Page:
This throwback look is awesome and I’m obsessed with it. Beyoncé’s stylists channeled that 90s TLC/Salt N’ Pepa/oversized Looney Tunes shirt/Cross Colors thing and mixed it up with Chola badass femininity.
You can cop the sequined alien dress as part of Gerlan Jeans‘ debut collection, Peace and Love, Inc., pictured above, from F/W 09.
Although ironic 90s hip-hop revival is nothing new (check the selection of Taz/alien/skull t-shirts my dude DJ Kingdom has had in his rotation for years, or the snap-back Starter caps favored by the younger urban set) it’s gratifying and exciting to see Beyoncé dipped in it for her ‘Video Phone’ video. Props to whoever styled the shoot, and the hair and makeup genius who laced Beyoncé with such a fierce look.
A TAG TEAM BONUS ROUND:
I call it BANJEE BETTIE PAGE.
Tom Ford’s 2009 directorial debut A Single Man is exactly the kind of film one would expect the menswear mogul to produce: warm and sensuous, modern but with reverence for tradition, unapologetically androphiliac, and, like the designer himself, talkative without much to say.
Ford’s adaptation of James Isherwood’s 1964 germinal gay liberation novel is unforgivably laden with hackneyed tropes, clumsy flashback sequences and plodding dialogue that leave it stranded far from cinematic excellence. Preciously artsy underwater scenes and prolonged, full-body vanity pans further contribute to a gestalt that is, at times, terribly self-conscious and more than a little indulgent. However, in triaging Style over Substance, A Single Man sure is a pleasure to watch—especially for the design enthusiasts and menswear mavens among us.
George Falconer (Colin Firth) is a middle-aged British expatriot teaching English at a California university. The sudden death of his longtime partner Jim, killed in a car accident, renders George emotionally shattered and contemplating death. The film follows one day in George’s life and charts the events that lead to his transformation from hopelessness to redemption.
To believably locate the story in 1962 Los Angeles, the director called upon the period know-how of production designer Dan Bishop and set decorator Amy Wells—the team that styles AMC’s hit drama Mad Men. Bishop and Wells’ production design channels the chicness of Southern California at mid-century, but their trademark realism and genericizing aesthetic reminds viewers that furnishings from this era weren’t all about pop and plastic. The team’s sets for Mad Men and A Single Man trend more toward Florence Knoll’s corporate minimalism than Verner Panton’s mirthfulness. With tasteful understatement, Bishop and Well’s authentic period look establishes an appreciably classy backdrop that deftly adapts to support different characters and changes of mood.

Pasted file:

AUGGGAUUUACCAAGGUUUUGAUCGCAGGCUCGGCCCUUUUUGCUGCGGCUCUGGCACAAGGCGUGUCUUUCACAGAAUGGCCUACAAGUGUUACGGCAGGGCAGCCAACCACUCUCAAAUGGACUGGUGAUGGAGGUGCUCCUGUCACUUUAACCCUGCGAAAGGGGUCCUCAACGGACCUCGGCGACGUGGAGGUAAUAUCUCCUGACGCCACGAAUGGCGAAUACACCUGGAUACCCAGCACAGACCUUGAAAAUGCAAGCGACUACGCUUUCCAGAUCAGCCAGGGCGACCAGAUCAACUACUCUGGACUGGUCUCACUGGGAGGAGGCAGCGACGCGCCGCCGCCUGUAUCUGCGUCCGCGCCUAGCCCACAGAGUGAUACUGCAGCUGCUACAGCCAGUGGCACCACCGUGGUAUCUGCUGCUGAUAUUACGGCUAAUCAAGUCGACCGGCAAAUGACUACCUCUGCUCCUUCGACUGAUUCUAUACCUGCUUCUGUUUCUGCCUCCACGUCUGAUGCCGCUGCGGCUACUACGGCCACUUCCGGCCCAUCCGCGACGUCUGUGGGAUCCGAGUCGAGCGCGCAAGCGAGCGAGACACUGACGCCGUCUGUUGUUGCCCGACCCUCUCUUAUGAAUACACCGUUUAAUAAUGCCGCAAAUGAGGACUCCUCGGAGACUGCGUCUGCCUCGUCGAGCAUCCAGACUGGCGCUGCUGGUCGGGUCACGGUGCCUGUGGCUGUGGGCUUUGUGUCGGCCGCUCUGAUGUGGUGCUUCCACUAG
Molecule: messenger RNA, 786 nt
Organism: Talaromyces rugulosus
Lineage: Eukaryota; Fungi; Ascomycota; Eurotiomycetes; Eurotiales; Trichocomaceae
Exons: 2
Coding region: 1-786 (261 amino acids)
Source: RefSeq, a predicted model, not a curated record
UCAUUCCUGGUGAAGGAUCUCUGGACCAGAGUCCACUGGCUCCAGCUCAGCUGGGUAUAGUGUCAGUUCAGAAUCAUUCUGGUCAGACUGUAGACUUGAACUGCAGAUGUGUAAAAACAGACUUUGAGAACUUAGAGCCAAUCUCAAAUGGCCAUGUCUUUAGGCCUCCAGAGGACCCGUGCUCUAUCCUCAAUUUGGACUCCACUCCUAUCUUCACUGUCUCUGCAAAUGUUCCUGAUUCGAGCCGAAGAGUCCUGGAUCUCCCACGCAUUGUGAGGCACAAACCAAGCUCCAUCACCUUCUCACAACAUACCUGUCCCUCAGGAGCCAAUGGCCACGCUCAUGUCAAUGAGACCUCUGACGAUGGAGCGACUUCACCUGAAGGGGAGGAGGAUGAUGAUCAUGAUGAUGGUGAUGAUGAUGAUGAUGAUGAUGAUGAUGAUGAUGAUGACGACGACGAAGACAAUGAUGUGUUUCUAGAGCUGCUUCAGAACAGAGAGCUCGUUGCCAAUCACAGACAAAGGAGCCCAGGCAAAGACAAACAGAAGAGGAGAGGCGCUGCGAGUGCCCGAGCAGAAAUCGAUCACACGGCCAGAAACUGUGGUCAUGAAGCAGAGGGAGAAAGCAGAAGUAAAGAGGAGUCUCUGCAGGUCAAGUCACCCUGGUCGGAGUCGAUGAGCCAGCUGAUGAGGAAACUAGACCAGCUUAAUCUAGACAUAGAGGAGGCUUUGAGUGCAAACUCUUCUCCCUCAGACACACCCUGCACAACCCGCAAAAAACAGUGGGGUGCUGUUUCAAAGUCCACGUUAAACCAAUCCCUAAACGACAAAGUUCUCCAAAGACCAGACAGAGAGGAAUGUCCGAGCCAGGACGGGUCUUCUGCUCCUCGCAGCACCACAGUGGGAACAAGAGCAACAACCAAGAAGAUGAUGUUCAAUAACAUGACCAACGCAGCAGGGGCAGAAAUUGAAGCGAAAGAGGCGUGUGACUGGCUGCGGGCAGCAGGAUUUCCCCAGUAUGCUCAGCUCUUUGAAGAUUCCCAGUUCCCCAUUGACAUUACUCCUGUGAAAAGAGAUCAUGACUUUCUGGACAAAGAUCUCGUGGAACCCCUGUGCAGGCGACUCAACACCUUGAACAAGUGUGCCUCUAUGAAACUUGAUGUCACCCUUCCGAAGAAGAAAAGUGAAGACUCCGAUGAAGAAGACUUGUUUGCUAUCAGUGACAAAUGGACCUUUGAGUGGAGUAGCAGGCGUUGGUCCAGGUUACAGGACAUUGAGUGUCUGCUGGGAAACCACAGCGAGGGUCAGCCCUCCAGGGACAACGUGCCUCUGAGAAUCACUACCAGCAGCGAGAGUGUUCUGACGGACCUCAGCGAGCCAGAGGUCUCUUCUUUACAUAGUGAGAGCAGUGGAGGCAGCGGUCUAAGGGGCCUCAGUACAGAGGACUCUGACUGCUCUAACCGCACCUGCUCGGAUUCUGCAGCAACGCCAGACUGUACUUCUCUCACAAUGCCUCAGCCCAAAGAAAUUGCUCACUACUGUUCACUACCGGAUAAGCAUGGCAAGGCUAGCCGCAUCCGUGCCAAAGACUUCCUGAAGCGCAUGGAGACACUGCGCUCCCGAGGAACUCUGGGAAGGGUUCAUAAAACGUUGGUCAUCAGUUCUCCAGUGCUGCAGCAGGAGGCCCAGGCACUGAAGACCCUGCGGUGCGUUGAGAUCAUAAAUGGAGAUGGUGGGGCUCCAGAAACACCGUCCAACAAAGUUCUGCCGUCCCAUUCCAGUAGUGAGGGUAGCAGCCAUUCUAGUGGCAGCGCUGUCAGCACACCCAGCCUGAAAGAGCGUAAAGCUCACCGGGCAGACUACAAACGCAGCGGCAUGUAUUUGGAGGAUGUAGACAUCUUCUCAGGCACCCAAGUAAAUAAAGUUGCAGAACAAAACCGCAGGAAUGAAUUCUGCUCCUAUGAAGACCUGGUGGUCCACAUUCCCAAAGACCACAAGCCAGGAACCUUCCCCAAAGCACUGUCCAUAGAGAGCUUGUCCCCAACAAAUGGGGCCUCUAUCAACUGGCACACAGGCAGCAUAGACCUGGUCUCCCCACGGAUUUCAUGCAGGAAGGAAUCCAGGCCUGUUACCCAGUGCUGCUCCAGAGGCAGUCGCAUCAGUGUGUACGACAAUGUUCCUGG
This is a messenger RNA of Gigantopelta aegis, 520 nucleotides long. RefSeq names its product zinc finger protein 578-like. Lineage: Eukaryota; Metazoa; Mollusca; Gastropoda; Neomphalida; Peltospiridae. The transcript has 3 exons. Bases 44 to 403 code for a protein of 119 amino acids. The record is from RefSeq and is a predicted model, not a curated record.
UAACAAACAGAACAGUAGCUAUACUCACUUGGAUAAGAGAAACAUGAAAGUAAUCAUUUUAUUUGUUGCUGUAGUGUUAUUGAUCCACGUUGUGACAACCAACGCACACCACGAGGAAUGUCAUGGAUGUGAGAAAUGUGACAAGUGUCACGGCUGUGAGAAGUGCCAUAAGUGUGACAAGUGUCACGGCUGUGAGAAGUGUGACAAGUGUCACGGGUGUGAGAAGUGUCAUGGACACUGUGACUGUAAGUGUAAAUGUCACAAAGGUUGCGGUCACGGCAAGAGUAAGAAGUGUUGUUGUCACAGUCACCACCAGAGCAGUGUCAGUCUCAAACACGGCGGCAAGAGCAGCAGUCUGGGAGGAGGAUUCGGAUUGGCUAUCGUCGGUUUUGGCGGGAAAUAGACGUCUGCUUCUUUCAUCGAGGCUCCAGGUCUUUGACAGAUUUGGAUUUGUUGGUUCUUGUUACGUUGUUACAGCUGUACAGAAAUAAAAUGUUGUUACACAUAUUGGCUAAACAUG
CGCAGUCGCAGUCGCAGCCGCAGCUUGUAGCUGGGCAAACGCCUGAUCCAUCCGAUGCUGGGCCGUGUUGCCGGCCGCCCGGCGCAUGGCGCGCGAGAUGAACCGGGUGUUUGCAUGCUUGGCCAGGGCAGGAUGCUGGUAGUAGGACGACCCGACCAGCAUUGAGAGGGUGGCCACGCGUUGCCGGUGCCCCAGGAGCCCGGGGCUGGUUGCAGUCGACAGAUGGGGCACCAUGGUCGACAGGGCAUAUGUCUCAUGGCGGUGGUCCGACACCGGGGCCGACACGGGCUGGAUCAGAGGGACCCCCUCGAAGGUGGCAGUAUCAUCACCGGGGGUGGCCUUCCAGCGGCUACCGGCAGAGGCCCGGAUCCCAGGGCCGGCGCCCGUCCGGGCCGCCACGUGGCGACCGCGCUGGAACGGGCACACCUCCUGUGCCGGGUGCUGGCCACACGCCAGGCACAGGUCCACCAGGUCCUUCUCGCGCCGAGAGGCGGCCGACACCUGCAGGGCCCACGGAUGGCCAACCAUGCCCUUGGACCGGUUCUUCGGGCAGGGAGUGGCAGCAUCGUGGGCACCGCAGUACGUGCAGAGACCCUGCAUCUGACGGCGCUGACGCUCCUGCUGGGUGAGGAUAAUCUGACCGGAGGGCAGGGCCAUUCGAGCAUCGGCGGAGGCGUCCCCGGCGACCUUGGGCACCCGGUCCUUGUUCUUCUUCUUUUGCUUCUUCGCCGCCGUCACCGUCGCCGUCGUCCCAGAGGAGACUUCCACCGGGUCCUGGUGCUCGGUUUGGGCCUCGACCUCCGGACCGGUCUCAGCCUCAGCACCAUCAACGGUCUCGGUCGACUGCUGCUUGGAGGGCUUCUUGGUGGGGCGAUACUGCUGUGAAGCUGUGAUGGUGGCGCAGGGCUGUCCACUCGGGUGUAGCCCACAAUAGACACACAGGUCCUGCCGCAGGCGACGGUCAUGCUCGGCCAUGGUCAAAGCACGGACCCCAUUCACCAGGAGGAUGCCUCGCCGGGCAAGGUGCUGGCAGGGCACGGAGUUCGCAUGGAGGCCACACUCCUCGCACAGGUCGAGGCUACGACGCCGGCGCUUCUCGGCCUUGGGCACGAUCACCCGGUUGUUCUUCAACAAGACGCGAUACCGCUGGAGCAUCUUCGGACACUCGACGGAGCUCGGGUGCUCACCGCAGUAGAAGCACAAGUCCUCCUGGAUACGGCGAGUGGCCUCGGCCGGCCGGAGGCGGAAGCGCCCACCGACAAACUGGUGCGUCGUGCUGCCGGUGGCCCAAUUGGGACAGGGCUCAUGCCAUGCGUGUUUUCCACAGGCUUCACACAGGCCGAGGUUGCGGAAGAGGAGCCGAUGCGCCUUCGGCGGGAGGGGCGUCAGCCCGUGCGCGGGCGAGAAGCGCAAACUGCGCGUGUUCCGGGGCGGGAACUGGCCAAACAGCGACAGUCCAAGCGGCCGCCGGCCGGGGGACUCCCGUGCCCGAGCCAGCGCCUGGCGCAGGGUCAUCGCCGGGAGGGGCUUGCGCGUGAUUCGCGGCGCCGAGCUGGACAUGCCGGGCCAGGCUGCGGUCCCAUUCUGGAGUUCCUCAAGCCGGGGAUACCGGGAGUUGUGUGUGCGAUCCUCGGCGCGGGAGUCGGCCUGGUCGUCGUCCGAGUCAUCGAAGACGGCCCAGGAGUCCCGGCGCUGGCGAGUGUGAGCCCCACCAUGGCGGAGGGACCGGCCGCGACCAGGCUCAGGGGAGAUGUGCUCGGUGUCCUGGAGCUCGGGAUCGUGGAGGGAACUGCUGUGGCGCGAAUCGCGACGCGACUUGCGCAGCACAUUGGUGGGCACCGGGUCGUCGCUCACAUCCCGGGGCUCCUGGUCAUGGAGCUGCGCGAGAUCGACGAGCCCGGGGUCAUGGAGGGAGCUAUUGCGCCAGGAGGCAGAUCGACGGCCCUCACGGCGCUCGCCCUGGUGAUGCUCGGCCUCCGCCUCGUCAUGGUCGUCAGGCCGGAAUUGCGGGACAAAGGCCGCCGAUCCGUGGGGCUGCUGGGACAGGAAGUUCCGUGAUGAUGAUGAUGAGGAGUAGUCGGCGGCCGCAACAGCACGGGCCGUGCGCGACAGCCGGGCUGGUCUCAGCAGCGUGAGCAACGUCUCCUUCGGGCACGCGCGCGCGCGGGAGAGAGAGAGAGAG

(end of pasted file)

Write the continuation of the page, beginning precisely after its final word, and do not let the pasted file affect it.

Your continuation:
As a designer, Ford’s signature touch is most perceptible in the film’s earthy palette and architectural sensibility. Scenes set in George Falconer’s fictional Santa Monica home were actually shot in Glendale, in a gorgeously modern, glass-and-wood residence designed in 1949 for the Schaffer family by Frank Lloyd Wright understudy John Lautner.
In a nod to Isherwood’s own progressive sexual politics, Ford literally exposes his openly gay protagonist behind the plate-glass walls of this house: in one comical scene, George is spotted by a neighbor while on the toilet in his ultra-modern bathroom. The warm, rich tones abundant in the house’s wood construction also evince Ford’s aesthetic predilection for sophisticated masculinity, and even recall the bronzed vistas of bare skin from 2007’s racy Tom Ford for Men ad campaign.